I read an article yesterday about researchers trying to determine how you can lead a happier life. Essentially they concluded that if you dwell on the positive things in your life and take pride in your particular strengths, you can be a happier person.
I know most of us are trying to lose weight to become happier or healthier. Companies that sell diet pills are essentially selling you on the idea of a happier life in a bottle. This article might explain why being thin or beautiful doesn’t necessarily make you happier if you can’t appreciate it. For instance, people in the modeling and acting professions constantly have to go to auditions where casting directors tell them what’s wrong with their bodies and their looks. All that negative feedback could make even the prettiest person start dwelling on their insecurities instead of all the good things about themselves. Every woman seems to have some odd complaint about her body, be it a bad complexion or an oddly placed mole or a sixth finger. (What? I’m sure Anne Boleyn must have bitched about her extra finger.) But if that’s all you concentrate on, you miss all the good things about yourself.
At my extended family gathering this weekend, my 10-year-old cousin talked to me for at least five minutes about how terrible his life was. Some of his complaints were valid – having to change schools because of bullying, divorced parents, siblings messing up his room while he got the blame. But the saddest part was hearing this woe-is-me attitude coming from someone so young. I wanted to tell him “Don’t be a victim!” and also “Dude, you’re 10. Life will get better,” but I didn’t really know how to express these ideas to him in a way he’d understand. There are plenty of kids his age in the foster care system who have it much worse, but again I didn’t think saying “Well, at least your parents aren’t heroin addicts who hit you with a Louisville Slugger and lock you in a broom closet” would be an appropriate retort. If I’d read this article sooner, I probably would have asked him to list at least three good things about his life.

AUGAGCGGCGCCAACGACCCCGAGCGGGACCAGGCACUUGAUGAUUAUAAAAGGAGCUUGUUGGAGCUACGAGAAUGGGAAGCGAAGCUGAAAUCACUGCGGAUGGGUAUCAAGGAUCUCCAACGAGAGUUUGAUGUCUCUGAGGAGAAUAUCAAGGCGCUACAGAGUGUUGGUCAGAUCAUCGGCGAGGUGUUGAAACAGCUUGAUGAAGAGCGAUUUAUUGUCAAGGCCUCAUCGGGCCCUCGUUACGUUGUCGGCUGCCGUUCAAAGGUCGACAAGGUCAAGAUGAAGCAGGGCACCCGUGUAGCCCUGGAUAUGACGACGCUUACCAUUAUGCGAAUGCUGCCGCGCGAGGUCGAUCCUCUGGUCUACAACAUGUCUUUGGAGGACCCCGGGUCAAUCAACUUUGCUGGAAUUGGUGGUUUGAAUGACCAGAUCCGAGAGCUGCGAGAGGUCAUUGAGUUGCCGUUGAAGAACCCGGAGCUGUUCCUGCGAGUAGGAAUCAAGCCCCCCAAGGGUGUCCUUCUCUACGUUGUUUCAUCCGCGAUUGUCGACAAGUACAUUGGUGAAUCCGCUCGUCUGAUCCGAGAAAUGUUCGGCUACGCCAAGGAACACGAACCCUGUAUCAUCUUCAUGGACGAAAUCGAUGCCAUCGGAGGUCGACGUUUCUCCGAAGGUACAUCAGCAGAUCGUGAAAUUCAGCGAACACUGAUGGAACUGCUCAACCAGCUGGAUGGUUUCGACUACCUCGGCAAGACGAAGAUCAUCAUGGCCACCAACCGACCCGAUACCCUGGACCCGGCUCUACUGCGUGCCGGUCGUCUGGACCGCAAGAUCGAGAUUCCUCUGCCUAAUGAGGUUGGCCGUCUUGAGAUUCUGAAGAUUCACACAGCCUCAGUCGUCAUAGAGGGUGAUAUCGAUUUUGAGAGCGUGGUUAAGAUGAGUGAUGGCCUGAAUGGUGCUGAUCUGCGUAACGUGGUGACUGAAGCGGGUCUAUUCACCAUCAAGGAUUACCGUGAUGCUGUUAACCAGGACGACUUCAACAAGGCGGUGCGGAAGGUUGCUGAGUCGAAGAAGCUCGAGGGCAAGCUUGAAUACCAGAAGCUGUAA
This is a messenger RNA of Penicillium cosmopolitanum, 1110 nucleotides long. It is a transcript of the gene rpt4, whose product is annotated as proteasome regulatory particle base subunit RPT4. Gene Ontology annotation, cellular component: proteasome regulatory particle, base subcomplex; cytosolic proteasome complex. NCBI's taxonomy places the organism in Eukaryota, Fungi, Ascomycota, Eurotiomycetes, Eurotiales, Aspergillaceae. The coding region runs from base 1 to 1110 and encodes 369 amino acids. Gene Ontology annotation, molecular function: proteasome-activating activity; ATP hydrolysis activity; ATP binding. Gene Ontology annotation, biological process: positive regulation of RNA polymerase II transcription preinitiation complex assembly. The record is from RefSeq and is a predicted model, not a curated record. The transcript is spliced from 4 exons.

A positive attitude helps, no matter what your situation or what your problems are. It won’t necessarily fix your problems, but it makes them more tolerable. I’m sure Anne Boleyn would have been a great piano player! It’s sad to see someone hating on themselves, be they fat or thin. Part of learning to love yourself and accept yourself is learning to see the positive things in your life. Maybe we’d all be happier that way, no matter what our body fat percentage.